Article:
It is frequently claimed that the earliest christology was “adoptionist,” the theological claim that ontologically (by nature) Jesus was nothing but human, nothing but “mere man.” This ancient “reductionist-humanistic” concept did, however, allow for an exalted view of Jesus as Messiah, great high priest, the “Prophet like Moses,” and other Jewish-Messianic affirmations. It also permitted Jesus to be a risen prophet, one whom God raised up from the grave as a seal of approval. Moreover, it allowed this risen Jesus to be an angelic being, glorified and exalted into heaven and standing at God’s right hand, carrying God’s name in him, and waiting fto carry out a “second coming” in which he will judge the world. This adoptionist Jesus – properly understood not as a god or God, but as God’s agent – may even be addressed in the Maranatha prayer: “Come, Lord Jesus.”
But all of these glorious affirmations still pertain to the monotheistic, Jewish Jesus, a man, a prophet, a righteous Israelite rewarded by God. God’s reward, as mentioned, was to raise Jesus into heaven. This heavenly reward is necessarily an aspect of adoptionism. Clearly, a risen Messiah to whom one can pray has par excellence been adopted (as “Son”) by God. Yet Ebionites and other early Jewish Christians believed that Jesus’ adoption by God began even earlier, in his earthly life, before his death and resurrection.
It was claimed that Jesus, a devout Israelite, excelled all others in piety, obedience and righteousness (as reflected in Luke 2:51-52), so that, by the time he was baptized by John in the Jordan, Jesus had reached the pinnacle of holiness, and so was “ripe for adoption.” Indeed, say Jewish Christian sources, it was at his baptism that Jesus was “officially” adopted as God’s son: the heavens opened, the holy Spirit descended on Jesus “like a dove,” and God’s voice proclaimed him “Son.” This early Jewish christological understanding extends even into the canonical Gospels and the Pauline writings.
It is generally maintained among scholars that this “low” adoptionist christology characterised only the early, “Jewish” period of church formation. So-called “higher” christologies which made more explict divine claims for Jesus, are held to be much later developments in the tradition. The idea is that the “Jewishness” of low/adoptionist christology indicates its plausibility, because notions of higher christology had not yet had time to evolve.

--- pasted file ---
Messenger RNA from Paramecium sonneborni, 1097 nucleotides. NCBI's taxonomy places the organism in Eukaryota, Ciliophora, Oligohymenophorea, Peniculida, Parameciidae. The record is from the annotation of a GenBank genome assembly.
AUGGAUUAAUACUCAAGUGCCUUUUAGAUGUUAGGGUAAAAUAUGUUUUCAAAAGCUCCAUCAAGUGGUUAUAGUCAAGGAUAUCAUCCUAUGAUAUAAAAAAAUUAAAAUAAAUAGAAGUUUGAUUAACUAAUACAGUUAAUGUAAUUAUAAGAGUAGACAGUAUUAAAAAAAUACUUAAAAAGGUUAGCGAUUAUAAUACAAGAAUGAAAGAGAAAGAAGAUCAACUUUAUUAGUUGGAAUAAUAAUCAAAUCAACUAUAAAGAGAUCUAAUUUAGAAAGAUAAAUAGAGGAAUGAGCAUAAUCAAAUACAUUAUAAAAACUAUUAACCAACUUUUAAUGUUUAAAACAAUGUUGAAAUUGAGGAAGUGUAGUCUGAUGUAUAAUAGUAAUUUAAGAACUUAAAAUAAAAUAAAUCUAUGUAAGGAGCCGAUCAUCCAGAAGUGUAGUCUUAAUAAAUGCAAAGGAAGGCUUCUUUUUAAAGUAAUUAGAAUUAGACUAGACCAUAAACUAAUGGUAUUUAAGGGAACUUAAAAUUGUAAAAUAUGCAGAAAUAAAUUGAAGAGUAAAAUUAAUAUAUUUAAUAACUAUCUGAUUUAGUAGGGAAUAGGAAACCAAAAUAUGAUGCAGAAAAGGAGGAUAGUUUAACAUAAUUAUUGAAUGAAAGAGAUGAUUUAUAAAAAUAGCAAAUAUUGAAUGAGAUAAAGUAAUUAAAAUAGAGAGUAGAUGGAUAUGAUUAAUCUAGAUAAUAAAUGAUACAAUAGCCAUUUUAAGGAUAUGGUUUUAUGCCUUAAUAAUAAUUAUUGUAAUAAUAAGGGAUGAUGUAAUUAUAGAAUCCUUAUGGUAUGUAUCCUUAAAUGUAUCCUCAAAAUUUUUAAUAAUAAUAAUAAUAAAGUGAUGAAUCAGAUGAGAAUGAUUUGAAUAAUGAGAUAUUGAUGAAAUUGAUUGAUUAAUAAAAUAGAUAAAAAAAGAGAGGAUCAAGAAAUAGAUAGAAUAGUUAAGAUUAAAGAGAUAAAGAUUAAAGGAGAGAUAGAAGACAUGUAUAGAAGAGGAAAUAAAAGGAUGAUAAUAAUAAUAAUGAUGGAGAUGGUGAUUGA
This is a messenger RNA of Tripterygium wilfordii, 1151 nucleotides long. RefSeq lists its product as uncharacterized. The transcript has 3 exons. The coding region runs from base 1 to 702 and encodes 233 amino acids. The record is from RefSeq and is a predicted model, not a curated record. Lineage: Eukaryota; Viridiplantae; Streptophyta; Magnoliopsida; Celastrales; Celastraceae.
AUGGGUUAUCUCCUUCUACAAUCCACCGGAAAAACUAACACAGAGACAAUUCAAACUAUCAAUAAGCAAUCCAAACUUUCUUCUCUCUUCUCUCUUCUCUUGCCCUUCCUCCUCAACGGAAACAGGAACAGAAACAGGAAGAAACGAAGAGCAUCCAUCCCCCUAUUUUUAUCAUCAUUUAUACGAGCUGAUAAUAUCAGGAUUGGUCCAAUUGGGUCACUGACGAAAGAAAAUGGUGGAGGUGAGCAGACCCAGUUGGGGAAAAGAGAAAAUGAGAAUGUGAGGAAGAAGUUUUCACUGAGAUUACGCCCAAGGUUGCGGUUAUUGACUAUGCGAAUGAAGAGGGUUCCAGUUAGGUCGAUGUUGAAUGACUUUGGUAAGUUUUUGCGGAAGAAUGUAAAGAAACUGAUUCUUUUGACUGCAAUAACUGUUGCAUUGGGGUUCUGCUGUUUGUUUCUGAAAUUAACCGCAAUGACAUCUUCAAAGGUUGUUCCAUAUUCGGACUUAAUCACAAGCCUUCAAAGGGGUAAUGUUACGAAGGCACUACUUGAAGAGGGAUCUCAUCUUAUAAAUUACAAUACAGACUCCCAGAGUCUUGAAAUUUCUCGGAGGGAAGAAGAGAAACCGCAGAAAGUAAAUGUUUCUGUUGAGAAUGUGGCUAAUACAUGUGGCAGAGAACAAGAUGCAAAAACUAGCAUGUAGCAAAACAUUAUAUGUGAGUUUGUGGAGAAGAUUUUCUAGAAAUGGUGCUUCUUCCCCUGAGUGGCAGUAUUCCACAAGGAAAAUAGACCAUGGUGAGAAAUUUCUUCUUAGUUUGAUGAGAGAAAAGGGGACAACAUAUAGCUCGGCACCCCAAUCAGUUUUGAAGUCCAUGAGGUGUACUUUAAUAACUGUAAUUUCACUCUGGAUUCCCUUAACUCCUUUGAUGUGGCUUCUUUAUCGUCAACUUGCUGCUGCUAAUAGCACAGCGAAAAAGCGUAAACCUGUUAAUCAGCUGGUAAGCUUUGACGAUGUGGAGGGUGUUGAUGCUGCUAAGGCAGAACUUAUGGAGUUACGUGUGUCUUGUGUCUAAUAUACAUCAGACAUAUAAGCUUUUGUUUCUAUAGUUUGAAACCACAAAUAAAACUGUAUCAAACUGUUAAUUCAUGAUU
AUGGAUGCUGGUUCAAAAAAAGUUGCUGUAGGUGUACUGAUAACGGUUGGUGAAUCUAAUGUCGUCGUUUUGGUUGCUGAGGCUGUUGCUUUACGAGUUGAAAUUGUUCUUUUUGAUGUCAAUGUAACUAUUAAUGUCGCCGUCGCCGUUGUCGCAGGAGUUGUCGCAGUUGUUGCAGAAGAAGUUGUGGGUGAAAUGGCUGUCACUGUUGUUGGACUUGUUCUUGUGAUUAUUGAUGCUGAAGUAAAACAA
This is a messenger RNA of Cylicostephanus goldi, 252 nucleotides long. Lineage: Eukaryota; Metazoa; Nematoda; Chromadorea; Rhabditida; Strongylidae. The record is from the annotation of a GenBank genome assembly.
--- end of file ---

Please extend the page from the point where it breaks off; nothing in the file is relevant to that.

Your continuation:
Adoptionist christology, it is claimed, is in keeping with Jewish perspectives about prophets, inspired or” holy”people, and the monotheistic/singular-unitary nature of God. Higher christology, it is claimed, is the product of later theological reflection and possible importation of pagan, Hellenistic ideas about god-men and demigods.
However, some expressions of early Jewish christology actually contain both “high” and “low” concepts about Jesus.
For the Ebionites, Jesus was the adopted son of God, the Prophet like Moses, whose righteousness caused God to embrace him in a filial relationship at his baptism and then to “set the seal” on the act by raising Jesus from the dead. For the Ebionites, Jesus was the Messiah in the sense of carrying out messianic goals during his ministry. (Interestingly, they also held that messiahship is potentially everyone’s birthright, maintaining that all Ebionites, and those who enter that fold, are oiled with the same messianic chrism that anointed Jesus. Adherents can, like Jesus, perform the messianic task.)